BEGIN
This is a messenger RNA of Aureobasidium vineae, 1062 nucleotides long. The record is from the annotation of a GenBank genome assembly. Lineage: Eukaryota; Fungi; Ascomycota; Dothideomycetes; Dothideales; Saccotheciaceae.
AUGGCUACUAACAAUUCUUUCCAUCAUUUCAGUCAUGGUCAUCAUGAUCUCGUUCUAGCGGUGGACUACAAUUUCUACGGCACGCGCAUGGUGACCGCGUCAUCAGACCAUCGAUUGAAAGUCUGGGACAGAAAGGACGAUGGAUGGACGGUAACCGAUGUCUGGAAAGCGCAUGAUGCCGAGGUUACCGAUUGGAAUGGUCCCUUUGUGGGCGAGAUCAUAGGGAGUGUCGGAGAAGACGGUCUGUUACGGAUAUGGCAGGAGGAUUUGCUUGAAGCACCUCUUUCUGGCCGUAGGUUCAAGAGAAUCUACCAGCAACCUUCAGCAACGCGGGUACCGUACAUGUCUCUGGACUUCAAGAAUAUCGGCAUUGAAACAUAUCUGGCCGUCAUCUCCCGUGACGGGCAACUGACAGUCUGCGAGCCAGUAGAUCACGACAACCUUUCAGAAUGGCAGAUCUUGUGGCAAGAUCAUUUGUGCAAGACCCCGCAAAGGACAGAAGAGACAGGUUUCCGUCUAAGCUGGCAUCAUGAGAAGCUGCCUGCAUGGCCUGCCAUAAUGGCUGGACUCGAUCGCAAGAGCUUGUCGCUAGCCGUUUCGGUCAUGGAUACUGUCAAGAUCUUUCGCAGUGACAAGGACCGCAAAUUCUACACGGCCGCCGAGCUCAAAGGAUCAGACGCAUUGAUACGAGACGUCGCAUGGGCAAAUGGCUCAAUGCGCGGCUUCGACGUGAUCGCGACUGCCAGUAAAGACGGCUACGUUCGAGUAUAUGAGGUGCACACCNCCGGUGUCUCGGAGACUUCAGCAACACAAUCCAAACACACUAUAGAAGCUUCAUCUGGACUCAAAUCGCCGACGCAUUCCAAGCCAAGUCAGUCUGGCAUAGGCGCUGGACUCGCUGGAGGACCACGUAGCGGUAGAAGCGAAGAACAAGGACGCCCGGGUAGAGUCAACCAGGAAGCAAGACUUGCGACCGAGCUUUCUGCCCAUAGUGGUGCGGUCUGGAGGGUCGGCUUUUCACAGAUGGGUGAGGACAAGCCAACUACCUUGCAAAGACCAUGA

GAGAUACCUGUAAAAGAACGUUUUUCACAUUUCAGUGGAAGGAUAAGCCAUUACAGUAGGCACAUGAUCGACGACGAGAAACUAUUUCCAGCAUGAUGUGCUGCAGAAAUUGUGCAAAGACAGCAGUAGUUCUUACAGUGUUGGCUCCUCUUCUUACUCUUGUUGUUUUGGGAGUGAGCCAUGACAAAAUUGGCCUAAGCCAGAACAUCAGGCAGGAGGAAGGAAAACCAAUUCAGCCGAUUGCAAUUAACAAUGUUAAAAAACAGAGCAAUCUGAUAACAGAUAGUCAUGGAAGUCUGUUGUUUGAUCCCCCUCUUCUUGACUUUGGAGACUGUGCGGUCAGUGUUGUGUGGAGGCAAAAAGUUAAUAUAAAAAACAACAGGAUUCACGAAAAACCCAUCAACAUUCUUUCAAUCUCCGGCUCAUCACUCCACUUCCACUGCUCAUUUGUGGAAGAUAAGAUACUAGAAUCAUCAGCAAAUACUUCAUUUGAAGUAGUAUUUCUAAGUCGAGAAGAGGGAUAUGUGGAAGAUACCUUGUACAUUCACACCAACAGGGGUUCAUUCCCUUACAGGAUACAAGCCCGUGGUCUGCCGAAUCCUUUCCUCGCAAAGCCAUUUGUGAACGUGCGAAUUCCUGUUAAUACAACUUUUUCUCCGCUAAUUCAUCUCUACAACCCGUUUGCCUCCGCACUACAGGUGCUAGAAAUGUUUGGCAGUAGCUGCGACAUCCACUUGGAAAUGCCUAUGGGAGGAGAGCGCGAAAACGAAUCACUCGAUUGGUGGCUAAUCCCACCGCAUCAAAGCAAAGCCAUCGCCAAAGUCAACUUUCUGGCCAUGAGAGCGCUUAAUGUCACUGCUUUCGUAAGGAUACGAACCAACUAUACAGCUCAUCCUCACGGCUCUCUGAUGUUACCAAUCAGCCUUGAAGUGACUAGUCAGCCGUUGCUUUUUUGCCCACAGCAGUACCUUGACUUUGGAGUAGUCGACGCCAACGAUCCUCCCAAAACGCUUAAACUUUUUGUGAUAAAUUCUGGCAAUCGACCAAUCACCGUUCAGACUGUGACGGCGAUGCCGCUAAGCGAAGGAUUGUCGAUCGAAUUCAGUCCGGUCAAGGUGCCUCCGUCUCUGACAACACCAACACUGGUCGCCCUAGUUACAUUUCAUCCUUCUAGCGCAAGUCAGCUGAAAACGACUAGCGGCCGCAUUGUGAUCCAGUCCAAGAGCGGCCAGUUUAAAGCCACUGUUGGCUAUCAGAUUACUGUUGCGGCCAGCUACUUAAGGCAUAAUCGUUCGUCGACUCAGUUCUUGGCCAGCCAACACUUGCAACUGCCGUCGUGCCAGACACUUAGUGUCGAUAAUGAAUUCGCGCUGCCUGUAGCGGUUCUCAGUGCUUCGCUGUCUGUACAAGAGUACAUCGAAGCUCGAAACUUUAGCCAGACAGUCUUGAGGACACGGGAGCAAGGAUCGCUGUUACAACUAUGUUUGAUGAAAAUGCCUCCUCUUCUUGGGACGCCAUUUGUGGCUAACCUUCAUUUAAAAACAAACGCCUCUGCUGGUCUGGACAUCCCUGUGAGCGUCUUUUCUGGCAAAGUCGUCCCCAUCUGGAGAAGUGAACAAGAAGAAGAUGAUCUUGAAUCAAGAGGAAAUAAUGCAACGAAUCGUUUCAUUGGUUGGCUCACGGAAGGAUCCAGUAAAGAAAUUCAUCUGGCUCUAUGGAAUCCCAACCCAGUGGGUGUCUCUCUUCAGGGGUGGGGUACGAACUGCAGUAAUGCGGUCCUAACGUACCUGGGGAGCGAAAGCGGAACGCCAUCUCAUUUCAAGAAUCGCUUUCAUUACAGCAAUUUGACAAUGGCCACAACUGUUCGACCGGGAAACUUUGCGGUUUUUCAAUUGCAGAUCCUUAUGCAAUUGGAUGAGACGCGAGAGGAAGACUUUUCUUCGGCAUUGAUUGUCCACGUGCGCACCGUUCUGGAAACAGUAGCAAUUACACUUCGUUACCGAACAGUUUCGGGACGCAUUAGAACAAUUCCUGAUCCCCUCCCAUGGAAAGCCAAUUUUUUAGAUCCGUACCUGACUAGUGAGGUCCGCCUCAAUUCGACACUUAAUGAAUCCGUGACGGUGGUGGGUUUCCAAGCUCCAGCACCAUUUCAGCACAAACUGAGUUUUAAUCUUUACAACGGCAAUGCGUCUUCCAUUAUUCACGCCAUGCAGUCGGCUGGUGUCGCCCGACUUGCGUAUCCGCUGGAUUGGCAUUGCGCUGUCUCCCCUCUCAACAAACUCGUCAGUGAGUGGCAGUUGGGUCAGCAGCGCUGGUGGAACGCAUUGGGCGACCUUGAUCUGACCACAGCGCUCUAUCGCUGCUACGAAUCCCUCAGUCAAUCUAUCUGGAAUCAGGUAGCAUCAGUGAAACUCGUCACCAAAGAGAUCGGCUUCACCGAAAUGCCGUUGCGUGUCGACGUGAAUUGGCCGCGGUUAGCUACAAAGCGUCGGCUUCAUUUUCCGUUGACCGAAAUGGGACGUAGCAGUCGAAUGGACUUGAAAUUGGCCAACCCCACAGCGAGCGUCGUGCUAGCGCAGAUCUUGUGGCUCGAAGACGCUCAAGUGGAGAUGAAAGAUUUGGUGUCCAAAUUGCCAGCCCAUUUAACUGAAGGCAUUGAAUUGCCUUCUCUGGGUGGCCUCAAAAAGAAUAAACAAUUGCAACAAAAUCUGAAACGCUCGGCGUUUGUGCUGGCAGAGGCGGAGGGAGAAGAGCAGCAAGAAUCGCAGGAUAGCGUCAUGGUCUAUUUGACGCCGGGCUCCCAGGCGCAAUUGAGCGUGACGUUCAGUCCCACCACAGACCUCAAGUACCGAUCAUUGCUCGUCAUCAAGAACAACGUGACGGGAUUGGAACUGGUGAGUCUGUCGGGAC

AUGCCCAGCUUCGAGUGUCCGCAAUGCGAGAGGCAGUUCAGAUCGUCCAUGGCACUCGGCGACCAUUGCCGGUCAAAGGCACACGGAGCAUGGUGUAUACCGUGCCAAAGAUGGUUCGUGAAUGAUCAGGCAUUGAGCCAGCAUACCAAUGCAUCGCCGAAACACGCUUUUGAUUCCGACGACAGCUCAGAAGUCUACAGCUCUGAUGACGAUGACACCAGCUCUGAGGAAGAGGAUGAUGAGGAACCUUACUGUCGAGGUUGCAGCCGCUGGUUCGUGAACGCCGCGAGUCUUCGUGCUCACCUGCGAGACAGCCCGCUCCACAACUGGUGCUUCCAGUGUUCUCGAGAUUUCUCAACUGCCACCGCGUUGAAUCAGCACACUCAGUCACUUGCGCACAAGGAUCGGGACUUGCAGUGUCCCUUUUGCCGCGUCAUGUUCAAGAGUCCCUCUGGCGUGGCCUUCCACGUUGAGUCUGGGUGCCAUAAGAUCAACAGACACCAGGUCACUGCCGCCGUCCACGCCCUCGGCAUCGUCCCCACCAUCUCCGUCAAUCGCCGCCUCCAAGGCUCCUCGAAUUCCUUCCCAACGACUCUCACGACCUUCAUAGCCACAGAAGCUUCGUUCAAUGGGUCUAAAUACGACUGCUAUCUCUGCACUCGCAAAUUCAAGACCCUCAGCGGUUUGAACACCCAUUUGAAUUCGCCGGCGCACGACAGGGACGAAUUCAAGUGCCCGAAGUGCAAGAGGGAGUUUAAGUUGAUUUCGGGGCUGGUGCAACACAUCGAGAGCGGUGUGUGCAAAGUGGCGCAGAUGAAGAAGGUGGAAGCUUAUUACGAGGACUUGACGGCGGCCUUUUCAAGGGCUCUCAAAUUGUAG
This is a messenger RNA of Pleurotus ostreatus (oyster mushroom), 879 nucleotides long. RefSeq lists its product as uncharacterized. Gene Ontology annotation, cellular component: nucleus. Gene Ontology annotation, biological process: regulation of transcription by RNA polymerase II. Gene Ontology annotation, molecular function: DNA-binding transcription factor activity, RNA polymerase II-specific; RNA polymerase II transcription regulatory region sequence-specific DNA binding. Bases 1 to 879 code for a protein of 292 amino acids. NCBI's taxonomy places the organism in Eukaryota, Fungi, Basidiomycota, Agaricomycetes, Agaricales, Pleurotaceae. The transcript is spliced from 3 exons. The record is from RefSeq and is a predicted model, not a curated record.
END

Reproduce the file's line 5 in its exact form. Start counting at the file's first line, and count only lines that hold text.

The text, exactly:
This is a messenger RNA of Pleurotus ostreatus (oyster mushroom), 879 nucleotides long. RefSeq lists its product as uncharacterized. Gene Ontology annotation, cellular component: nucleus. Gene Ontology annotation, biological process: regulation of transcription by RNA polymerase II. Gene Ontology annotation, molecular function: DNA-binding transcription factor activity, RNA polymerase II-specific; RNA polymerase II transcription regulatory region sequence-specific DNA binding. Bases 1 to 879 code for a protein of 292 amino acids. NCBI's taxonomy places the organism in Eukaryota, Fungi, Basidiomycota, Agaricomycetes, Agaricales, Pleurotaceae. The transcript is spliced from 3 exons. The record is from RefSeq and is a predicted model, not a curated record.